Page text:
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Wednesday, November 04, 2015

inequality sustains intolerance...

the recent debate on the intolerance in the country has several facets to it. i see that people who have their favourite horses to ride are riding the same under the "intolerance" banner currently. this happens with each such larger debate. same with those riding "against intolerance" too have their favourite targets and horses. 

fundamentally the issue is about whether the several instances of extreme response to perceived "attack" on the culture, religion and tradition of Hindus are warranted or not. further to this is the question whether it is to be a 'Hindu' at all to respond in such extreme ways.

there is a sense of 'having arrived' and 'now is our time' among dominant Hindu community ever since the arrival of the current government with its resounding victory. these i consider a minority within the overall Hindu community that is still dominated by survival issues. 

 it is important to understand who are these people that were feeling high after the arrival of this government. majority of these were already well to do Hindus or urban (or wannabe urban) middle class Hindus. their sense of 'well off' comes from being a dominant community in their own localities. when i say dominant 'community' as against 'dominant caste' i am using the same deliberately. caste based politics have several variations across the spectrum, however, a dominant community need not be a single caste or even single religion, it is often a coalition of those who want the status quo of their domination sustained. they are united by the purpose as much as the sense of shared power camaraderie. i suspect this is about 10% of the Indian population.

so, whatever these people are doing cannot be seen in terms of 'intolerance' alone. they are establishing a forceful way of protecting their domination or the continuation of the status quo. the status quo is an extreme case of inequality. 

some voices matter more than others, some opinions matter more than others, some people can have favourable and faster judgements more than others, some people can have everything in the system delivered to them faster and easier than others. these are people with their 'community' in the right places. 

the collective opinion of the bottom 90% of this country perhaps doesn't matter in front of the top 10% that perhaps constitutes this particular group. out of this 10% will be about 4% that is well versed in English in this country. they produce and ingest the english language media which through its vocal power and self-created dominance still demands and manages to set the agenda for the nation. the 80% of the population can't demand that their agenda ever become the national agenda, hence the farmer suicide epidemic continues to remain a tucked away story as there is no sensation in it any longer.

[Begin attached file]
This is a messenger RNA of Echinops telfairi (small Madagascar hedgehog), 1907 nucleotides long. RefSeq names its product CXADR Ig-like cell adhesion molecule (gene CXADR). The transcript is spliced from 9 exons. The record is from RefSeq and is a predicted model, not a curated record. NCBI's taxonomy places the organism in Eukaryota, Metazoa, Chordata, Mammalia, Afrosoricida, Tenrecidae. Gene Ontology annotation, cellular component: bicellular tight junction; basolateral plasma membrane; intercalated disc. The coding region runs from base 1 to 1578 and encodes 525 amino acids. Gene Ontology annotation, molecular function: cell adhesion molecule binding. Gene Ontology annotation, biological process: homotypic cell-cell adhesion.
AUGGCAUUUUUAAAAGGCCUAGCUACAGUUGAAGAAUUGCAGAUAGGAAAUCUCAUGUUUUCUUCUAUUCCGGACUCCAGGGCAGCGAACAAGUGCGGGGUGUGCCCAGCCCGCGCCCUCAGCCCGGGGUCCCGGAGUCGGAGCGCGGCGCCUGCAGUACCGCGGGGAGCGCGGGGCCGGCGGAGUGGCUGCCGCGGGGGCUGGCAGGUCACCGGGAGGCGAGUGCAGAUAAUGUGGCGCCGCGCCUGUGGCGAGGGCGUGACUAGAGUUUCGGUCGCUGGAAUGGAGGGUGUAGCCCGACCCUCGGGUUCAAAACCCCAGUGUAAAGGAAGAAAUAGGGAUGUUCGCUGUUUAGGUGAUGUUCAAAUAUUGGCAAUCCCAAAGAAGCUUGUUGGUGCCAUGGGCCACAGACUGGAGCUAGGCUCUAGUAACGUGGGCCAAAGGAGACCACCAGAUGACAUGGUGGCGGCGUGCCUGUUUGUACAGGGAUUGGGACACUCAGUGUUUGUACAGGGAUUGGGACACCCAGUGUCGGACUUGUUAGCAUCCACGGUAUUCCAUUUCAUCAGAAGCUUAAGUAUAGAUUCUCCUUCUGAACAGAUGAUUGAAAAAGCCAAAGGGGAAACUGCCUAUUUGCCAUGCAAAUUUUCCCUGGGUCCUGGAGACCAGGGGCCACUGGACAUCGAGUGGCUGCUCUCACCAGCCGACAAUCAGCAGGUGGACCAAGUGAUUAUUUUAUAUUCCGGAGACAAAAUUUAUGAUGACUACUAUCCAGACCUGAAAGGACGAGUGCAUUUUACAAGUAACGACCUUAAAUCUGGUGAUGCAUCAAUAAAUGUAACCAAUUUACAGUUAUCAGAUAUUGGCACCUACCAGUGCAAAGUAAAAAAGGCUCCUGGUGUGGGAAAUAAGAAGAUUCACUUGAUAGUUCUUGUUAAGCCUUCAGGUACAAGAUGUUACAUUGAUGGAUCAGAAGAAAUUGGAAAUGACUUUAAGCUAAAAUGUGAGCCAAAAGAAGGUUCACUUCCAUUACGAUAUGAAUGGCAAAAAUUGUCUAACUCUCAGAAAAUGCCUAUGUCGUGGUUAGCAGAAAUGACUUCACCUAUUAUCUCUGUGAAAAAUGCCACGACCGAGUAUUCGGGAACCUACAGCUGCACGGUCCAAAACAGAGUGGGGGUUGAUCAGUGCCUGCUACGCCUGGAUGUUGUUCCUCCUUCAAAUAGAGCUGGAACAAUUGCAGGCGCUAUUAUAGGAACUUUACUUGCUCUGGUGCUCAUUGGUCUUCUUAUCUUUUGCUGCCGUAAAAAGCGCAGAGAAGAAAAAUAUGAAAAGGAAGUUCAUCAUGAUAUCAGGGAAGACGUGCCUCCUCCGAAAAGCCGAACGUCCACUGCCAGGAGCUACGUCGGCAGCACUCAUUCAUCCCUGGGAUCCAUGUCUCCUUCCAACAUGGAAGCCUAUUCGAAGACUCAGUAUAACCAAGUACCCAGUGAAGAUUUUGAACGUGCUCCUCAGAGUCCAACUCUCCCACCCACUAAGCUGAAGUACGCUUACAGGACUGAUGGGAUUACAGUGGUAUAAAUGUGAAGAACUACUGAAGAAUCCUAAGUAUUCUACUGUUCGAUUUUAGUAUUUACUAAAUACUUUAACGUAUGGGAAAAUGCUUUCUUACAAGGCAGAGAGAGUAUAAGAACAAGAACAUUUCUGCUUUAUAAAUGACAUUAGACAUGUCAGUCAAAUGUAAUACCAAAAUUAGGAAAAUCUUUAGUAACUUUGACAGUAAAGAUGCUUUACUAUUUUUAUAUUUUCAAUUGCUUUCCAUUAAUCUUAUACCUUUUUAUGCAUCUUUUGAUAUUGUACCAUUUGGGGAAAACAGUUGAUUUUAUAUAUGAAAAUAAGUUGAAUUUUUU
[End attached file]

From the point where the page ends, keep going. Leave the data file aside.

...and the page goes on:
but in the 90% remains the bottom pile, the angry ones who are capable of being instigated to vent their daily anger as a mob or to earn their one day's living (more on this 'beefing up on beef' I wrote earlier).
 it would be interesting to analyze where do all the 'fringe' elements that the ruling parts asks us to ignore come from. i suspect many of them come from regions and locations where the status quo is being threatened and the response from them is a means of protecting their domination. similarly, it would also be interesting to know where all the extreme reactions are coming from as well.

writer, Ashish Nandy wrote an article a few years ago that the violence in India is urban centric. the striking contrast of extreme poverty and extreme opulence in the Indian cities are most striking and can easily give way for social tension and violence as it does already.

all those protesting on the intolerance would do well if they also focus on the inequality around them. we are sowing the seeds of future violence by letter the inequality perpetrate like never before. farmers, farming systems, farming societies including agricultural labourers, rural industries, small entrepreneurs, the unorganized workers, migrant labourers...these are the 90% that is being rendered even more vulnerable even as their idea of community (whether it be caste or locale base community) has been destroyed through social-political-developmental intervention.

the 90% do not practice intolerance, indeed they have to be extremely tolerant to merely sustain their life and survive, they often have to put up with affront on their self respect, lack of dignity in their work, being rendered powerless when their homes, ancestral properties and ecosystem is taken away forcefully from them. they tolerate this and carry on.

the intolerance is with the 10% and they need to sustain the inequality. they can debate about this among themselves (it is interesting that those who are talking of intolerance and those who are opposing the idea both belong often to the same economically dominant class) indeed inequality sustains intolerance in this country. those who are demanding that this 'intolerance' come to an end, need to reflect as to how do they see a tolerant society (and not in relative terms, 'we were more tolerant under Congress' is not a response) with all the inequalities still prevailing in it. and those who claim that we are very tolerant society, need to seriously reflect why then so many people of a dominant community in several localities are more articulate and seeking to establish their domination through acts of violence than ever before. 

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